Sunday night's episode started the final mini-season to wrap up the series by echoing scenes from previous seasons.

[Spoiler Alert] Treme returned Sunday night for its final semi-season, one thing I admired about the most recent episode is that David Simon and Eric Overmyer are sticking to their guns at every level. The show's very specific pacing continues as if they've got another season or two instead of a final five episodes. Some scenes seem to casually set up stories that will be hard to wrap up, while others are more about the moment than any story. The New Orleans in Treme is their New Orleans - one based on the real city starting in late 2005, but one that also bends to their whims at key moments. It produces some forced moments - Terry Colson's (David Morse) offhanded ripping on Greg Meffert, as if a cop would have a reason to know who he is or how does his job - but it also produces sweet, poetic moments that could have happened - and if they didn't, there are a thoussand comparable ones that really did.

More than the live music, the signature feature of Treme is the way scenes echo scenes. Season four started with Davis (Steve Zahn) admiring the crater-like pothole he has wrecked his car in, bringing to mind a scene in season two (I think) when he was similarly stranded with a flat. The first scene illustrated how out of control New Orleans was; this time, the scene is more tightly focused on a city government that allows such potholes to happen. Davis makes the moment into folk art, but the reality of the road used in the shot doesn’t do justice to some of the holes that really existed. One outside The Kingpin at this time was deep and wide enough to house most of a shopping cart lying handle-side down.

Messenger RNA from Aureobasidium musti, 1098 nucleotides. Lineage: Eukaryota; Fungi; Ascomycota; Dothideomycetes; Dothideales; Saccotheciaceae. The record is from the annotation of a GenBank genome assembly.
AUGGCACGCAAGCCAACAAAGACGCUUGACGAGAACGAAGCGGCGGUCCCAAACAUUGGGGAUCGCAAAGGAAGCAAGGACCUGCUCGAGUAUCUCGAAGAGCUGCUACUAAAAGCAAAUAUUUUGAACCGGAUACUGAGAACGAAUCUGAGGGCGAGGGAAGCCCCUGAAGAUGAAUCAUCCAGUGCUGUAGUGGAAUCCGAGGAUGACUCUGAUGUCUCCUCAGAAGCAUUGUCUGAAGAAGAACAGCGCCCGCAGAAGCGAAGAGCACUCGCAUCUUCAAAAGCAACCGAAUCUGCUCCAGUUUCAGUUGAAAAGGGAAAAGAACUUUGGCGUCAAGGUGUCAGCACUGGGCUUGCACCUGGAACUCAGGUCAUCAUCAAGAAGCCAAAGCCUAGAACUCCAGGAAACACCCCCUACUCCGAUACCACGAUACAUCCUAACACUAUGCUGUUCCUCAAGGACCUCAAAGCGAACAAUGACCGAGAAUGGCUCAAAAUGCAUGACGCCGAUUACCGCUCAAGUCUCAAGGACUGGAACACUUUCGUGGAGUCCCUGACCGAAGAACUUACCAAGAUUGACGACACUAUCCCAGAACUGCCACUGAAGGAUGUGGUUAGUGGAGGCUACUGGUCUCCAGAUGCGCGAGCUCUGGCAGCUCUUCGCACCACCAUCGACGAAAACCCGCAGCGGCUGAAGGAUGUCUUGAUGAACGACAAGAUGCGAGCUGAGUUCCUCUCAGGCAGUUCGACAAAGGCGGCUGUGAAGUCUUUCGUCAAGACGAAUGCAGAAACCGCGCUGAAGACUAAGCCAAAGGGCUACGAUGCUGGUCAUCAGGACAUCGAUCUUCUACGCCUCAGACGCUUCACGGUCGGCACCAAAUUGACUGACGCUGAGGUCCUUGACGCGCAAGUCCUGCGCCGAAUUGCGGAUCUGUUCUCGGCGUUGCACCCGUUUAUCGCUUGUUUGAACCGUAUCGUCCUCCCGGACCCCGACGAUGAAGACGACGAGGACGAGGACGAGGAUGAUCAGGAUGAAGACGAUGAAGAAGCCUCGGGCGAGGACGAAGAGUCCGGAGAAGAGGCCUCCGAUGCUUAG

Davis mooches a bottle of Janette’s (Kim Dickens) best wine in the series pilot from her restaurant. He brings her a case of wine for her new restaurant in the season four premiere, suggesting some development in his character. Similarly, he made a production of blasting his neighbors when he wanted to listen to music when the series began. In this week’s episode, he sits in the car listening to Trombone Shorty because he’s too into the CD to move.

Throughout the series, characters play scenes that look like other scenes they’ve played, which likely contributes to the sense that nothing ever happens in the show. Still, those scenes mirror the way our lives move through repetitive situations and the spaces, and the ways things stay the same and change both speak about us and the different stages of our lives. When we see another Indian practice on the show, we’re looking for the differences as well as the similarities. Lambreaux’s intensity suggests that he (Clark Peters) is healthier than he was last time we saw him, and the half-hearted participation of Delmond (Rob Brown) says something different’s up with him as well.